What Factors Influence States’ Capacity to Report Children’s Health Care Quality Measures? A Multiple-Case Study

Publisher: Maternal and Child Health Journal, vol. 21, no. 1
Jan 01, 2017
Anna L. Christensen, Dana M. Petersen, Rachel A. Burton, Vanessa C. Forsberg, and Kelly J. Devers

Objectives: The objective of this study was to describe factors that influence the ability of state Medicaid agencies to report the Centers for Medicare & Medicaid Services’ (CMS) core set of children’s health care quality measures (Child Core Set).

Methods: We conducted a multiple-case study of four high-performing states participating in the Children’s Health Insurance Program Reauthorization Act (CHIPRA) Quality Demonstration Grant Program: Illinois, Maine, Pennsylvania, and Oregon. Cases were purposively selected for their diverse measurement approaches and used data from 2010 to 2015, including 154 interviews, semiannual grant progress reports, and annual public reports on Child Core Set measures. We followed Yin’s multiple-case study methodology to describe how and why each state increased the number of measures reported to CMS.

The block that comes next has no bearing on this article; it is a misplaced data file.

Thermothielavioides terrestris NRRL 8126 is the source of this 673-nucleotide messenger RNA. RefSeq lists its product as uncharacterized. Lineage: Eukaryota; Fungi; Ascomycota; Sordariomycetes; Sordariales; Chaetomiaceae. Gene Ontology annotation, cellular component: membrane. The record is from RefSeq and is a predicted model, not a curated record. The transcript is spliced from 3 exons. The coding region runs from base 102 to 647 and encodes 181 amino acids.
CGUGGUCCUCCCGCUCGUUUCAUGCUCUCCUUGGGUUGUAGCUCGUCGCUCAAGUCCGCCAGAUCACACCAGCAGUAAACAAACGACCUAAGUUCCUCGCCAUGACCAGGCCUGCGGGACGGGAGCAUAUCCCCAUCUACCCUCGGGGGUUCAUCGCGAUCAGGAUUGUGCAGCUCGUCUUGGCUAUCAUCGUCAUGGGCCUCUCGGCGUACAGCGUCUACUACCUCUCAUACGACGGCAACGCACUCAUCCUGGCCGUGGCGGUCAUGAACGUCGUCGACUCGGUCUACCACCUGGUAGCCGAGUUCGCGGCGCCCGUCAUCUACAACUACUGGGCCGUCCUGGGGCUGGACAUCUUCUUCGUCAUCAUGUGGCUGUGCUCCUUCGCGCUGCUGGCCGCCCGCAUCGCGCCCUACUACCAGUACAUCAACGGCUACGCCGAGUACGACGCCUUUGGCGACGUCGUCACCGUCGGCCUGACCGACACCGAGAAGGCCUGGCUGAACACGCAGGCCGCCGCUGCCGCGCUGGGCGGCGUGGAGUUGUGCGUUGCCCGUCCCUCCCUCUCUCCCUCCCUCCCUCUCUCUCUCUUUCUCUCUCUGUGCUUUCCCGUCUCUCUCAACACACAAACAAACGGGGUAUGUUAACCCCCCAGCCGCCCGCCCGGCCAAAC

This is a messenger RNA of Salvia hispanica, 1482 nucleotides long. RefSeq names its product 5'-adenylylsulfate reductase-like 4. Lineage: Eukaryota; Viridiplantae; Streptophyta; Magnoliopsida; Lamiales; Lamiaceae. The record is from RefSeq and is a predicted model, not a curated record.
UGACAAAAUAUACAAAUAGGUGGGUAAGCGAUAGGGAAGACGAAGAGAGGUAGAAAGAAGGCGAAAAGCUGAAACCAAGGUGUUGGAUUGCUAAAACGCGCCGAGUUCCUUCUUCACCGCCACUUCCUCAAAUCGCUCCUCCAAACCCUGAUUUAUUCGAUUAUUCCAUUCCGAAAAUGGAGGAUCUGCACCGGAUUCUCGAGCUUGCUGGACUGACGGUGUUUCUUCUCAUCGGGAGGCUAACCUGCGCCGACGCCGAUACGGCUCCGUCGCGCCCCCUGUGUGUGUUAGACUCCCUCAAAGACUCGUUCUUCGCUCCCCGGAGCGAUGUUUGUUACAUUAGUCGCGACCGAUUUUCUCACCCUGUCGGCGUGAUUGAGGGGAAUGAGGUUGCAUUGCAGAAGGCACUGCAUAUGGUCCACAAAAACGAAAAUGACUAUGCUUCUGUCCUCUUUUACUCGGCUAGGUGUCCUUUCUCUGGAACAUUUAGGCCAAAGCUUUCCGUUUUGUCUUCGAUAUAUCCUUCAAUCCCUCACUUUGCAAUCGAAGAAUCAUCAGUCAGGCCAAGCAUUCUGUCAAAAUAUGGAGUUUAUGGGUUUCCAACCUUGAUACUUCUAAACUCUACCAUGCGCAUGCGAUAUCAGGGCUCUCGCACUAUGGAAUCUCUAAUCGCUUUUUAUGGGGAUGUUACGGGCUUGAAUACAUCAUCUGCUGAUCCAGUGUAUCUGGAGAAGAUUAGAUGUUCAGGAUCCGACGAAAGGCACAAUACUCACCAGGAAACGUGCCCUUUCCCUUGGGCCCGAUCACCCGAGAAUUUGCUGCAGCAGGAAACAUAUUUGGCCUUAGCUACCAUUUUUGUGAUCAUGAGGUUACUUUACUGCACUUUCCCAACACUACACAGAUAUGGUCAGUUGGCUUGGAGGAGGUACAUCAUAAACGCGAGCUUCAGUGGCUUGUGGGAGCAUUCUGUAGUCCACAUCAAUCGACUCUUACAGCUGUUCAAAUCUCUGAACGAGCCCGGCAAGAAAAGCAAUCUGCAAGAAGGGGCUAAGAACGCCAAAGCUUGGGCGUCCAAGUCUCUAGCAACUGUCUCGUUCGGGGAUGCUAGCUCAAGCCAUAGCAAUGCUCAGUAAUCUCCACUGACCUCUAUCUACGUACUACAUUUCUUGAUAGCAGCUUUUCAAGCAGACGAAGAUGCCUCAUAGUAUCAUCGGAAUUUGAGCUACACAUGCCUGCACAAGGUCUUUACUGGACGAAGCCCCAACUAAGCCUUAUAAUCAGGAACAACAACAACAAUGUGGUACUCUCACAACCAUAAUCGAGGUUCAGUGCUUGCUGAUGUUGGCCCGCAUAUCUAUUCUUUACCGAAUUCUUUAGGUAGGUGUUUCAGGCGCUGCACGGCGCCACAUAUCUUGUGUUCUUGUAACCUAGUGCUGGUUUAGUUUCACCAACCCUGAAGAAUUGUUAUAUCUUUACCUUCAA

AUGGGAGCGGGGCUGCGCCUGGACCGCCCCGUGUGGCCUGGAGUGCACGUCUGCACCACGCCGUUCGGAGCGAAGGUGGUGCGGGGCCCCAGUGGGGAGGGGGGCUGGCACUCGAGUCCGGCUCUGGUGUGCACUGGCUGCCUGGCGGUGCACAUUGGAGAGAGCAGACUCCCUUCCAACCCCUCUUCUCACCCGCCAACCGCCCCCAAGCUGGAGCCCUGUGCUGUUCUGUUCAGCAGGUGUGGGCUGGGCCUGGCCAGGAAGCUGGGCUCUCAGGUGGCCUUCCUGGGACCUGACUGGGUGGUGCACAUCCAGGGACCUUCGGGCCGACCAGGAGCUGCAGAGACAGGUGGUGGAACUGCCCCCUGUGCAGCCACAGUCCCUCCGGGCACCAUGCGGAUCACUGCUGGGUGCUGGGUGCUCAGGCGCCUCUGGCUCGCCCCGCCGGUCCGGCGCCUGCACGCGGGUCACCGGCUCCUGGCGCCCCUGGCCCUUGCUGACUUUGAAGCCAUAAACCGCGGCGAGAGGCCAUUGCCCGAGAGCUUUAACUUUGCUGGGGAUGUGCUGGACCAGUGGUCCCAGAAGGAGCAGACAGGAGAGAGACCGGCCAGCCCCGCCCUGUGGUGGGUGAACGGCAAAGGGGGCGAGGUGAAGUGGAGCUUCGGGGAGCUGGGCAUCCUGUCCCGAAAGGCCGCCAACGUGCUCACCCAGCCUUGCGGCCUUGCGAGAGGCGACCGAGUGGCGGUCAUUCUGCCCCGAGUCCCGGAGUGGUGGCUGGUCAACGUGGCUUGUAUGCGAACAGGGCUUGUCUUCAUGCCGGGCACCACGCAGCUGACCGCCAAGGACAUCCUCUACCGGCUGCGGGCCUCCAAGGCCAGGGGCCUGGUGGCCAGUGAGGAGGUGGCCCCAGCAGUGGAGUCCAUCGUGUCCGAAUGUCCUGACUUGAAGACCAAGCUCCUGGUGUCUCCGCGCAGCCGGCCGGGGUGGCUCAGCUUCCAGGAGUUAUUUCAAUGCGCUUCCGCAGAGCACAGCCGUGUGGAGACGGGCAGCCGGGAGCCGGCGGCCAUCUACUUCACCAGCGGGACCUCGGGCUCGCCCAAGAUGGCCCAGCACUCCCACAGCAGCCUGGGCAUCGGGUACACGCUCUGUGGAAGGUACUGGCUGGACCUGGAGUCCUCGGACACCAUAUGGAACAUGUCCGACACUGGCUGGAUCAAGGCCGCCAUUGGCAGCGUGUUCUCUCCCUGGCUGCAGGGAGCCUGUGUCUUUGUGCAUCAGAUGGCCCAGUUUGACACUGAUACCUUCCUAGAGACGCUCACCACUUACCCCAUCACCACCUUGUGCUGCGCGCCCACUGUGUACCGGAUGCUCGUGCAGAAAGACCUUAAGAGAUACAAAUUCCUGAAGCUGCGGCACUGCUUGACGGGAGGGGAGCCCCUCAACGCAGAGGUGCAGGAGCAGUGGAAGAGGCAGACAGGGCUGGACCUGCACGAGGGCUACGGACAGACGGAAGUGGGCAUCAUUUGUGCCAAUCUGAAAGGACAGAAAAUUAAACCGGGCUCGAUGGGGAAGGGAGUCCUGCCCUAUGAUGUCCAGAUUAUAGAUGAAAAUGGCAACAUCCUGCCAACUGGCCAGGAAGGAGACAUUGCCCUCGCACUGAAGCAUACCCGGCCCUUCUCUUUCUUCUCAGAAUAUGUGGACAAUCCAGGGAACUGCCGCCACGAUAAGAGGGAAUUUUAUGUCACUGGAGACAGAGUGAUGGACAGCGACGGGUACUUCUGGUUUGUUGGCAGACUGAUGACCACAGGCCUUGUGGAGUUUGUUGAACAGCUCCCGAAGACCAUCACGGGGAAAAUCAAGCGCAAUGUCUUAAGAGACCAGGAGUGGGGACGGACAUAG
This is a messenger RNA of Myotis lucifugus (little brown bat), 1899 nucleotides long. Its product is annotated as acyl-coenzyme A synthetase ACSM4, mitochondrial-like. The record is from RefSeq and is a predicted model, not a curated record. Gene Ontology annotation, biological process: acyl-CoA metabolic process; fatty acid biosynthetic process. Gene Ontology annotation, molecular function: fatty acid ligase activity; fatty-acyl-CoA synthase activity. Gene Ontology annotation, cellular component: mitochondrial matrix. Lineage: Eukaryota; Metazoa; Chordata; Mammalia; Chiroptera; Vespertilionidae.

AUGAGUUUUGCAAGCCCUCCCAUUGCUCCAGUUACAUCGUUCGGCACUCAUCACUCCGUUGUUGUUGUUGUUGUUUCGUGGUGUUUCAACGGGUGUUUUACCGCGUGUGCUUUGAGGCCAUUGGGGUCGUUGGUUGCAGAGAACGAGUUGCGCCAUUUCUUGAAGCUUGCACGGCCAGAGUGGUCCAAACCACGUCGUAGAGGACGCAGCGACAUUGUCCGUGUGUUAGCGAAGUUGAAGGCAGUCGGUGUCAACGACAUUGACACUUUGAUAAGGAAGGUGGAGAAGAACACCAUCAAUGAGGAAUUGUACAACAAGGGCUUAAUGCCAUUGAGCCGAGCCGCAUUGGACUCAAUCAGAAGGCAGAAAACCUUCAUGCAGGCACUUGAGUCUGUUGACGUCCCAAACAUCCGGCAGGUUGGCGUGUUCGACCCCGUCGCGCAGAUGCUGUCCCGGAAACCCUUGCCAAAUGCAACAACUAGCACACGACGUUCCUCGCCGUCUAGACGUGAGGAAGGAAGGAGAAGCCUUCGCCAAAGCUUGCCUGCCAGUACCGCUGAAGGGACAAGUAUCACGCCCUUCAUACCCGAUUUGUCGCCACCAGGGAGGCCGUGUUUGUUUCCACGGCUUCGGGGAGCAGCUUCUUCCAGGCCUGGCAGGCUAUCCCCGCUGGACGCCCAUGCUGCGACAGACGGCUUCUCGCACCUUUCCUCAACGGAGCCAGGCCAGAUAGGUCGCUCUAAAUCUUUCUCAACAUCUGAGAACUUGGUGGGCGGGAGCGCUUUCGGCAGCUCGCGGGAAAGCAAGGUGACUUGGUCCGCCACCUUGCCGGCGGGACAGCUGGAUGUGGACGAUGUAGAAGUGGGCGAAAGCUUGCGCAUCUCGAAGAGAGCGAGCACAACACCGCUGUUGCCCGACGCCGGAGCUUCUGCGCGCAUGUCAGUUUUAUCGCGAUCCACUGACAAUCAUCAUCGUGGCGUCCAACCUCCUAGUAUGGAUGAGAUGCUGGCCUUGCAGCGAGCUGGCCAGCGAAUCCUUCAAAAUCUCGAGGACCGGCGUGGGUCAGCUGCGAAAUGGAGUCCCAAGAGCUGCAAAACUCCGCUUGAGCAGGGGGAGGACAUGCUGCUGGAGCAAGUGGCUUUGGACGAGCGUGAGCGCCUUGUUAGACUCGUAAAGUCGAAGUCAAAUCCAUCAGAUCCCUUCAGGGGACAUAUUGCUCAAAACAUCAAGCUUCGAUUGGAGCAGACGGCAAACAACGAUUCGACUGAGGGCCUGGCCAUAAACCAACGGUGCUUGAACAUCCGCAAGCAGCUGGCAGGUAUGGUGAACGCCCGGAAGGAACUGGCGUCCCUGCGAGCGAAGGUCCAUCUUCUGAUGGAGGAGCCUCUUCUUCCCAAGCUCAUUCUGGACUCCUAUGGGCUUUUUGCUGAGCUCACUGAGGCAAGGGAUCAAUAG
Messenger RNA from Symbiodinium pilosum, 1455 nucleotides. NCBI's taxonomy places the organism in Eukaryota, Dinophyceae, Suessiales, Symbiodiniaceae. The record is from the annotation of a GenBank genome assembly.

Results: All four states increased the number of Child Core Set measures reported to CMS during the grant period. Each took a different approach to reporting, depending on the available technical, organizational, and behavioral inputs in the state. Reporting capacity was influenced by a state’s Medicaid data availability, ability to link to other state data systems, past experience with quality measurement, staff time and technical expertise, and demand for the measures. These factors were enhanced by CHIPRA Quality Demonstration grant funding and other federal capacity building activities, as hypothesized in our conceptual framework. These and other states have made progress reporting the Child Core Set since 2010.

Conclusion: With financial support and investment in state data systems and organizational factors, states can overcome challenges to reporting most of the Child Core Set measures.